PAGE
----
It Matters to One operator won’t face criminal charges
But animal rescue license still suspended
STAR JOURNAL REPORT
Following a settlement in the civil case involving the It Matters to One animal rescue shelter in Sugar Camp, where 39 dogs were seized Feb. 6 by the Oneida County Sheriff’s Department and then turned over to the county Humane Society in response to an investigation into allegations of animal neglect, county assistant district attorney Mary Sowinski has announced no criminal charges are being filed against the facility’s co-founder and operator, Stephanie Schneider.
Schneider was arrested and subsequently released from custody in February following the seizure, but never was formally charged. The sheriff’s department had accused Schneider of failing to provide food and water, mistreating animals and obstructing law enforcement.
It Matters to One stated on its Facebook page in response to no charges being filed that the allegations against the shelter were false.
When Sowinski was reached for comment Tuesday, she said the decision not to file criminal charges against Schneider at this time was appropriate based on the evidence and law, though she didn’t go into detail.
Sowinski noted the dogs seized from It Matters to One that remain at the county Humane Society are available for adoption.
In the civil matter, an agreement was approved May 25 by Judge Michael H. Bloom to dismiss It Matters to One’s motion seeking a return of the dogs and the Humane Society’s motion seeking boarding fees from It Matters to One for the dogs that were seized.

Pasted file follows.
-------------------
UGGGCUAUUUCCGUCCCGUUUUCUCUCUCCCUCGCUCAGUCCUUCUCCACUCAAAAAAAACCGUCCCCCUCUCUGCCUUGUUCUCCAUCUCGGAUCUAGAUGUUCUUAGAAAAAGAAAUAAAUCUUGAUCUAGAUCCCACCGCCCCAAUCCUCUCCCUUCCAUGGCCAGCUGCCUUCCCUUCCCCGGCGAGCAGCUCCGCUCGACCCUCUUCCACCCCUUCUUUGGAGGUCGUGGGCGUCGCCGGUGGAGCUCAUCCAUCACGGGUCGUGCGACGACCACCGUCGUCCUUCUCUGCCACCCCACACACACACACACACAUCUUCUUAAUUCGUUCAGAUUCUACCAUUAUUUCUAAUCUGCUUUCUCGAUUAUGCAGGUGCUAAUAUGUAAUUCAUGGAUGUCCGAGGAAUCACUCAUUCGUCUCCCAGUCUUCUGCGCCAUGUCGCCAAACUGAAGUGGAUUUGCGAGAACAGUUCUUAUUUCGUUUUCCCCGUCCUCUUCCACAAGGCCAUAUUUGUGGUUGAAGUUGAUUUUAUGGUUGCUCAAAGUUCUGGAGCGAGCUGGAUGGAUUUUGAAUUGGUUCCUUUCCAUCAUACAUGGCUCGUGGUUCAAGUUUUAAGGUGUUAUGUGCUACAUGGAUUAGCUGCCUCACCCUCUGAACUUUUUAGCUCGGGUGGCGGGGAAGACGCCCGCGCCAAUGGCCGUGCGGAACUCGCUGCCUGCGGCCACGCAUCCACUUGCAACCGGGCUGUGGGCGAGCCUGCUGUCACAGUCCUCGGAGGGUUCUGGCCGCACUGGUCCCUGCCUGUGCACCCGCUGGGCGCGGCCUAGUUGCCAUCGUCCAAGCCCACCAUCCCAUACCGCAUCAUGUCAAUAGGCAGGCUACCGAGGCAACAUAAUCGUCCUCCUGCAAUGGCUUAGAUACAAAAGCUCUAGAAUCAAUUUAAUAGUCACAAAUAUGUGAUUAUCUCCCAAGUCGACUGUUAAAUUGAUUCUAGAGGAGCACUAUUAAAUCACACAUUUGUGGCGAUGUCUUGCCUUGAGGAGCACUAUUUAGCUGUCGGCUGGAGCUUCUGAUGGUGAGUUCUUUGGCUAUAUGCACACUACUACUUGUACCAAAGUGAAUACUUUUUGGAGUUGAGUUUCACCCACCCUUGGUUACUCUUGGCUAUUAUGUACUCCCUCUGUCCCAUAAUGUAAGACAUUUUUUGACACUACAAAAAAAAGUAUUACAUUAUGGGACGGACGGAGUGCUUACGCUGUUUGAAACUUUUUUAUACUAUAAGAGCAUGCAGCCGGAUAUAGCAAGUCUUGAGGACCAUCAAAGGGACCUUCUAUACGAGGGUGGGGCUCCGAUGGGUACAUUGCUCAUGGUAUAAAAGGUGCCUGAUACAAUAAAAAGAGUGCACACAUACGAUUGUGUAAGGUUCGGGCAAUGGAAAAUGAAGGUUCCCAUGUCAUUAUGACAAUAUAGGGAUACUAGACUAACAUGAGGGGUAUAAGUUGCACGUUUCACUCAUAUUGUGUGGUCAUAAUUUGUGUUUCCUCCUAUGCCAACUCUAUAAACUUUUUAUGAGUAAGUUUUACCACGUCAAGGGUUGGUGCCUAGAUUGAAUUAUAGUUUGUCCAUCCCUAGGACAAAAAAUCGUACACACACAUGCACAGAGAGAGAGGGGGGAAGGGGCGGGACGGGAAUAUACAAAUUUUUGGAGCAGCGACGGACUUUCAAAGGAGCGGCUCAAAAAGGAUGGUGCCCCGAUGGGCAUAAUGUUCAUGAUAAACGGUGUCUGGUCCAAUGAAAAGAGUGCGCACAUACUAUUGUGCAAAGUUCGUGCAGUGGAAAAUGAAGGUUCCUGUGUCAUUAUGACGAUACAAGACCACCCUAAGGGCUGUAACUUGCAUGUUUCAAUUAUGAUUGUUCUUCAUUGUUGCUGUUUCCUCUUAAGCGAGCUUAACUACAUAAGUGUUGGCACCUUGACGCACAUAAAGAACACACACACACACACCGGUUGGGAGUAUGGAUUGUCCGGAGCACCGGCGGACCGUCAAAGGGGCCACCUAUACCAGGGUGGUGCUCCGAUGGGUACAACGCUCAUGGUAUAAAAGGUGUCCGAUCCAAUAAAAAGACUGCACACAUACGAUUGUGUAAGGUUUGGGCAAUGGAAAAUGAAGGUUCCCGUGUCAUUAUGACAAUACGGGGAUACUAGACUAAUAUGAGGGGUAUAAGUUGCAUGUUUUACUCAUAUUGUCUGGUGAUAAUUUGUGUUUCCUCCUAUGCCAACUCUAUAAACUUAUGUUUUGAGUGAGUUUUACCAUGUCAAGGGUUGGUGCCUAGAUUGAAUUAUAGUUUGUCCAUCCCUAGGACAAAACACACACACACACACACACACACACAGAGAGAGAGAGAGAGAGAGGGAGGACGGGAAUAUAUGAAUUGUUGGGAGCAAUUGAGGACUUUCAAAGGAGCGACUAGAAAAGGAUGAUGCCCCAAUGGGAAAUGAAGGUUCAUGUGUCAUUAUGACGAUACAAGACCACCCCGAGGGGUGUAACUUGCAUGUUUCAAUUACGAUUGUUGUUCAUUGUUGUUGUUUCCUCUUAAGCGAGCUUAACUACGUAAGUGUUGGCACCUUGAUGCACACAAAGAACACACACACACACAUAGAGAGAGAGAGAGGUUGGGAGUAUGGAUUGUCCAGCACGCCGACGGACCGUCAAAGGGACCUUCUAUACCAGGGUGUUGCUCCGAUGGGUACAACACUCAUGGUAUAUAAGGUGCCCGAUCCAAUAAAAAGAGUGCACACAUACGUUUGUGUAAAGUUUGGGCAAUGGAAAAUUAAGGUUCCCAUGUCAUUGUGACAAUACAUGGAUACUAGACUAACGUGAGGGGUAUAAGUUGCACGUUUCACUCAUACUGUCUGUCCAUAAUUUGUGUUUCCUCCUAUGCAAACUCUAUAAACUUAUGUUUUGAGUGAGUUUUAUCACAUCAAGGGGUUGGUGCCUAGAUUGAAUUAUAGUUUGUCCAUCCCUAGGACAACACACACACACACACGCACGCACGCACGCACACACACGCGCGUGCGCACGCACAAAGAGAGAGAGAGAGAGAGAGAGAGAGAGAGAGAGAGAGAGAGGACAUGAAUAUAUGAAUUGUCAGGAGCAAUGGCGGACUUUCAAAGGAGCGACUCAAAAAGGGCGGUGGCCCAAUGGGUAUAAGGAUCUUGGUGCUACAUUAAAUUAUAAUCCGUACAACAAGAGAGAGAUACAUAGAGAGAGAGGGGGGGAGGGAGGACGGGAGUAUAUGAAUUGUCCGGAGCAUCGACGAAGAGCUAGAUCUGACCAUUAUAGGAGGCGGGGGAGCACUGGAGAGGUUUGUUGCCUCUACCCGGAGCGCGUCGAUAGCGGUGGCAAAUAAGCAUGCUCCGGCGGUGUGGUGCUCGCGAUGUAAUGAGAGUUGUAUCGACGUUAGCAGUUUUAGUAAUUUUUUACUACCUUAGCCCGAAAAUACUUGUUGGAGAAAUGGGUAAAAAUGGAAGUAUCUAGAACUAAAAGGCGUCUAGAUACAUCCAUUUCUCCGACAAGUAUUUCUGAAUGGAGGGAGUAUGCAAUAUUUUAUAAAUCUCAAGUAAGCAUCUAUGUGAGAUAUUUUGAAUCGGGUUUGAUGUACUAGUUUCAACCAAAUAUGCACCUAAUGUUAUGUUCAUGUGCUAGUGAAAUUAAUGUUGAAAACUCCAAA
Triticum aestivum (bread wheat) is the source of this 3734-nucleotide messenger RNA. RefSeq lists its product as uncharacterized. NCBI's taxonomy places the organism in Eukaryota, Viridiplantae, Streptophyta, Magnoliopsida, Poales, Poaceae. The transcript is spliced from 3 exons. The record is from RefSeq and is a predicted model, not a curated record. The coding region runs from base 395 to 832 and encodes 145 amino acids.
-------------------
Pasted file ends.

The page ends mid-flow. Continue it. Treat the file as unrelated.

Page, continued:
The Wisconsin Department of Agriculture, Trade and Consumer Protection, which was involved in the investigation that led to the dogs being seized from It Matters to One, suspended the facility’s shelter license with the stated purpose to protect the health, safety and welfare of dogs.
Colin Benell, an animal inspector with DATCP, testified April 25 in the civil case about It Matters to One not conforming to the state administrative code for licensed animal shelters, such as having dog feces that had not been removed for several days. He noted the accumulation of feces has the potential of transferring diseases and parasites.
DATCP spokesperson Raechelle Belli said It Matters to One’s license to operate as an animal shelter remains suspended because the facility must be reinspected to determine it meets the conditions required in the license.
“We have attempted on numerous occasions to reach out to them, to see if (Schneider) wants to reinstate her license, and we have received no returned phone calls about that,” Belli said.
According to It Matters to One’s Facebook page, there are “some more facility upgrades yet to do that will ensure there are no future issues.”